Why access to services is very much a safety issue

It was one simple question early in the week at the royal commission into aged care, but its significance is paramount: Should the concept of safety be understood as including access to necessary aged care?

When the Counsel Assisting, Mr Gray, asked this of the Secretary of the Department of Health Glenys Beauchamp on Monday, many within the industry knew the answer could move the inquiry along into new territory and bring to light one of the biggest issues facing aged care service providers and consumers.

MR GRAY: I want to ask you about the meaning that the Commission should attribute to the concept of safety in the provision of aged care services. It has been suggested – this is a suggestion of Mr Versteege of CPSA – that the concept of safety should be understood as including access to necessary aged care. Now, this was something that was of particular significance in the context of home care packages.


What’s your view about that? Does safety include getting access to home care?

MS BEAUCHAMP: That’s a very difficult question to answer because you’re talking about people living in their own homes and have been living there for some time. In terms of accessing the aged care system, I think it’s probably important – it would be absolutely important to look at the safety aspects of applicants and people who have been assessed in the system that their safety and – safety of their environmental conditions, including their home, was safe.

MR GRAY: But you’re not going to comment on whether, in effect, the obtaining of aged care is itself a safety issue?

MS BEAUCHAMP: I think when we look at the process of people accessing services, both residential and home care packages, the risk around a person’s safety would be taken into account in that assessment.

Access to aged services is something both LASA and ACSA state as a priority in their advocacy for service providers. It is what puts consumers at the centre of service planning and delivery, to the best ability of service providers who exist to do just that – deliver services that people need. Yet it seems the Department of Health is on a very different page when it comes to people who have not yet been assessed for aged care funding.

At the start of this week Inside Ageing asked the Department of Health how many calls were made to My Aged Care between 1 July and 31 December 2018 by people wanting to register to be assessed or reassessed for aged care funding.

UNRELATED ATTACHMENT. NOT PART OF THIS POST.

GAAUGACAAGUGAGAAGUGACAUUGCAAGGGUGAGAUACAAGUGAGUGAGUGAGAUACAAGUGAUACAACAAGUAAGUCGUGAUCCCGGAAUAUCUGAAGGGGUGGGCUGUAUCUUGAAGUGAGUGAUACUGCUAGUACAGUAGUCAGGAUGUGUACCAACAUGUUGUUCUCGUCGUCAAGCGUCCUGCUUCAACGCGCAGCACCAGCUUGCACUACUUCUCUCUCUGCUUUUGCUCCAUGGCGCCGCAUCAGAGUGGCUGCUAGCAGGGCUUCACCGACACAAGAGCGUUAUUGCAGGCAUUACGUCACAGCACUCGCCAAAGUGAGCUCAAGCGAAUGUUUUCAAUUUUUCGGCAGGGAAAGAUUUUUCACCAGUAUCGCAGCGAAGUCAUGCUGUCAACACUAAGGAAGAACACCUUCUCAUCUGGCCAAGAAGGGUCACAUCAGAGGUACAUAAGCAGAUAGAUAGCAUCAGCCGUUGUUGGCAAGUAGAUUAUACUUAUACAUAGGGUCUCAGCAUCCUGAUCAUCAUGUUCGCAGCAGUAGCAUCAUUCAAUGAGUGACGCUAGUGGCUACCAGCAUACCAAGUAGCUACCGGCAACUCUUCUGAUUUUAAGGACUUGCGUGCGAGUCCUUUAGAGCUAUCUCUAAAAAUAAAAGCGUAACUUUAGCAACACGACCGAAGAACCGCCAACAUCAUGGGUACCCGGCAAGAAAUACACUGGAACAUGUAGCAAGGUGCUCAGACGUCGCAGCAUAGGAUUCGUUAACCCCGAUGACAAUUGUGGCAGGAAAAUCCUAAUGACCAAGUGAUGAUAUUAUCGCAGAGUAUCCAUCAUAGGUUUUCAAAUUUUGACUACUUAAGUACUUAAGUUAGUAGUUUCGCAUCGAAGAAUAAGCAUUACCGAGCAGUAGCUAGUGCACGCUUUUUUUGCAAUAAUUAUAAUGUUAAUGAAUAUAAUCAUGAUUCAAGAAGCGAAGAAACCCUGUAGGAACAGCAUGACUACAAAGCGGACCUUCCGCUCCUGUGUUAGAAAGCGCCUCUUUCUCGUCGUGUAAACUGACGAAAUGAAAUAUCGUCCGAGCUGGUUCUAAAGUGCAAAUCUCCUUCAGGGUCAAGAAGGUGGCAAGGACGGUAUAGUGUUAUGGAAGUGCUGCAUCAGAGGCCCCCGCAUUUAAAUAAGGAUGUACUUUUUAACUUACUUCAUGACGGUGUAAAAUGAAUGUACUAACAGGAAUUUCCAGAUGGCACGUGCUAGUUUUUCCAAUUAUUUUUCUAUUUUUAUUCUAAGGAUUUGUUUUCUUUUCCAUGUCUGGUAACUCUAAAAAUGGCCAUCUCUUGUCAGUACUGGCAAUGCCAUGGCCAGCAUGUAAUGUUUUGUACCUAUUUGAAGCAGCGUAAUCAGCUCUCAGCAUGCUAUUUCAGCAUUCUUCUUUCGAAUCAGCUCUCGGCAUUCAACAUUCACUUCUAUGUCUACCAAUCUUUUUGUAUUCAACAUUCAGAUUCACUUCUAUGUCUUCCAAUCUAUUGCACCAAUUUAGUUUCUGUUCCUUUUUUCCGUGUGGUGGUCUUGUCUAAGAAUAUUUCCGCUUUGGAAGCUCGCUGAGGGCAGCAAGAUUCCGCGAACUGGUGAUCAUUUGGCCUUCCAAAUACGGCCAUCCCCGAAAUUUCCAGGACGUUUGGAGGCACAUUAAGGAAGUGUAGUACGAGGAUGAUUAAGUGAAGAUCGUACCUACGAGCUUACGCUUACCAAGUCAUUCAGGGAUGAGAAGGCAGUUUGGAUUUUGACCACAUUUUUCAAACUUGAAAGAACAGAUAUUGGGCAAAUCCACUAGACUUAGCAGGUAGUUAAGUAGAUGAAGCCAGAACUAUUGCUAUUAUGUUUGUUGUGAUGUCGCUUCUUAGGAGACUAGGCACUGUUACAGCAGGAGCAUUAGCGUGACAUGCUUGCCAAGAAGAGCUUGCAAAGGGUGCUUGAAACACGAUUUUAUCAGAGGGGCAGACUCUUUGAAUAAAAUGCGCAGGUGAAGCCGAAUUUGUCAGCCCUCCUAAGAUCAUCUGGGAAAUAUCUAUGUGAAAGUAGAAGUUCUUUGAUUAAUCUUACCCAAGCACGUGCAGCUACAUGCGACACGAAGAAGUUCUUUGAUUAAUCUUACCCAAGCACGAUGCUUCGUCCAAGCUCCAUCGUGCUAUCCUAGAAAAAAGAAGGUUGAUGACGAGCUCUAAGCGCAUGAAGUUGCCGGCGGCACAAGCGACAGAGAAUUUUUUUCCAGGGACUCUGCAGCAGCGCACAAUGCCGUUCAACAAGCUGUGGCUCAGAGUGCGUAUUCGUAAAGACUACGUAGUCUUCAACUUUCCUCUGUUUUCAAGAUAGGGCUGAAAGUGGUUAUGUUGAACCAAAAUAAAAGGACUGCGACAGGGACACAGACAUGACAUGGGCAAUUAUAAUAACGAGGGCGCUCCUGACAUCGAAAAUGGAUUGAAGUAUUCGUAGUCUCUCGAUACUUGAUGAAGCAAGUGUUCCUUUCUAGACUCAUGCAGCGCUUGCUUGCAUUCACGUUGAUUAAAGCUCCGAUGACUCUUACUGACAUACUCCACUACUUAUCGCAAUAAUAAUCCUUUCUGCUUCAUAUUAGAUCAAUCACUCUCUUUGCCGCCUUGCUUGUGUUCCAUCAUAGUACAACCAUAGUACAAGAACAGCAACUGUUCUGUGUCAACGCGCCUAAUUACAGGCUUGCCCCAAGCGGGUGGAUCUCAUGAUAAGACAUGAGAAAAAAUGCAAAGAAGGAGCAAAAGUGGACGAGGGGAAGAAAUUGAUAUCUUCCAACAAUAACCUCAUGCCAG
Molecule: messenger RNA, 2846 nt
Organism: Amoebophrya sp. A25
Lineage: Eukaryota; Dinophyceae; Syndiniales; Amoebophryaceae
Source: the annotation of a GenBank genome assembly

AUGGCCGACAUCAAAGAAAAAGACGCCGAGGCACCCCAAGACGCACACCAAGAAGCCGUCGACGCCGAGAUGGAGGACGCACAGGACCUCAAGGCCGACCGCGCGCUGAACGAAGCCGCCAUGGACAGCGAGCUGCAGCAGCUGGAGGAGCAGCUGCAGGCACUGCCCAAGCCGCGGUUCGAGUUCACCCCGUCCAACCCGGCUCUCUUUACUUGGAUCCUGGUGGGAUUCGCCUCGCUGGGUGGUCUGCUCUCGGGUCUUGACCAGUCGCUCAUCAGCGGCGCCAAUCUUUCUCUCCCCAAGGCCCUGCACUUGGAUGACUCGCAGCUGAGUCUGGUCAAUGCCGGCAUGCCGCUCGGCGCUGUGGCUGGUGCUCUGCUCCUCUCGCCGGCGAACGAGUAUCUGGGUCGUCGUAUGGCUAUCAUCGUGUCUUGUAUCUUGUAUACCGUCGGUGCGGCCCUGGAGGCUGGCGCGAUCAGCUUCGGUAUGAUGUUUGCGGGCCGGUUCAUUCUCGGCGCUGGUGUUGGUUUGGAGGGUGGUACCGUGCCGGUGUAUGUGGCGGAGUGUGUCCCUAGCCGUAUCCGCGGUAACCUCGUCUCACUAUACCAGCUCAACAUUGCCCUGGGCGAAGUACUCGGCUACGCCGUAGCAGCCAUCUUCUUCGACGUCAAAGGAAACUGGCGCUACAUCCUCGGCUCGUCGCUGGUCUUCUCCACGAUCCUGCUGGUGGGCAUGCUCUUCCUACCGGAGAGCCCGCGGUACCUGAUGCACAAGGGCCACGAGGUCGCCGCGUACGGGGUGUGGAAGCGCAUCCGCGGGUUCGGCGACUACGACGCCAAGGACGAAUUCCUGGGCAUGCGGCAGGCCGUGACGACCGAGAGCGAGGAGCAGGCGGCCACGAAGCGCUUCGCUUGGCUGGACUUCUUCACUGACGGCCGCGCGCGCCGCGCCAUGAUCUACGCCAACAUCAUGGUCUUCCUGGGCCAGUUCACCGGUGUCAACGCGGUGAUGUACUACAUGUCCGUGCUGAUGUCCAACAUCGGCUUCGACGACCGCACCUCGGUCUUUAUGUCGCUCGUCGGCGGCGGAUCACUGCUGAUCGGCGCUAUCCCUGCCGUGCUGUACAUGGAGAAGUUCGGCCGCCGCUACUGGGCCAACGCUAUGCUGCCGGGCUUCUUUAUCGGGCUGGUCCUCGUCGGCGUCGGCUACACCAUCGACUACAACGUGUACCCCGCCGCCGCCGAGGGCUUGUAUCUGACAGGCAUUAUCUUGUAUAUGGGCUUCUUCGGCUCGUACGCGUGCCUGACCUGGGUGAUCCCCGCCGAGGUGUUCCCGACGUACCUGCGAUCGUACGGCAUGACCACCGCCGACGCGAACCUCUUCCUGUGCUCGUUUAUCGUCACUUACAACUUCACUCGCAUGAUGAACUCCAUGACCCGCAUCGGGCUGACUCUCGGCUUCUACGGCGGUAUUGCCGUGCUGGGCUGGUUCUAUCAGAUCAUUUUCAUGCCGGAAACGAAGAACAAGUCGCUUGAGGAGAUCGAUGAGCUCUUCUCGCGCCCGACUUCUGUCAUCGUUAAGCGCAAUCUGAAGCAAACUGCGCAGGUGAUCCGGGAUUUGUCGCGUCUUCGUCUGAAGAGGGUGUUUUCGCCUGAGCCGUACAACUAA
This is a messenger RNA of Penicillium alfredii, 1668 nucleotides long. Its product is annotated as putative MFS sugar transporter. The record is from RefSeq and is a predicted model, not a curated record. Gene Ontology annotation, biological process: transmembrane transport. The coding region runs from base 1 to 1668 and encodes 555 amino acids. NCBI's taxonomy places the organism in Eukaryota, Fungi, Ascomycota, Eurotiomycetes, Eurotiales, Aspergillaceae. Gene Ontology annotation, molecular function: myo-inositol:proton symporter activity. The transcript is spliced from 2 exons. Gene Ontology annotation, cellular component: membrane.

A spokesperson for the Department confirmed there were approximately 155,000 calls from people registering for assessment or reassessment during this period, during which time ACATs accepted over 120,000 referrals for comprehensive assessments.

We asked how many were people seeking to be reassessed but were told that breakdown of the figures was not available.

In a series of follow up questions we asked the Department if there is a set criteria for people to be approved to receive an assessment, and again asked if the Department has any data that shows how many of the calls were for reassessments, and how many were booked?

We are still waiting for their response.

The royal commission this week heard that many people who are assessed as needing a Level 4 package are assigned a Level 2 package – which may still take more than 12 months to be available.

It also heard that COTA estimated in September last year that an additional 30,000 high level home care packages were needed to ensure people would not have to wait more than three months for care that matches their assessed needs.

Based on the known volume of calls to My Aged Care for aged care assessments and absence of data about the calls, it is possible that there may be an additional 35,000 Australians needing high level packages who are waiting to be registered for an assessment.

It may only take a median of 11 days from when an assessment is booked to when it is carried out (and this is a national figure – it varies from state to state), but how long are people waiting to be able to make an appointment?

There is no question that access to services and transparency of consumers’ need must be included in the royal commission if the industry is to adequately plan for and meet the demand for services not just in the future, but today.

Do you think the royal commission is asking the right questions so far?

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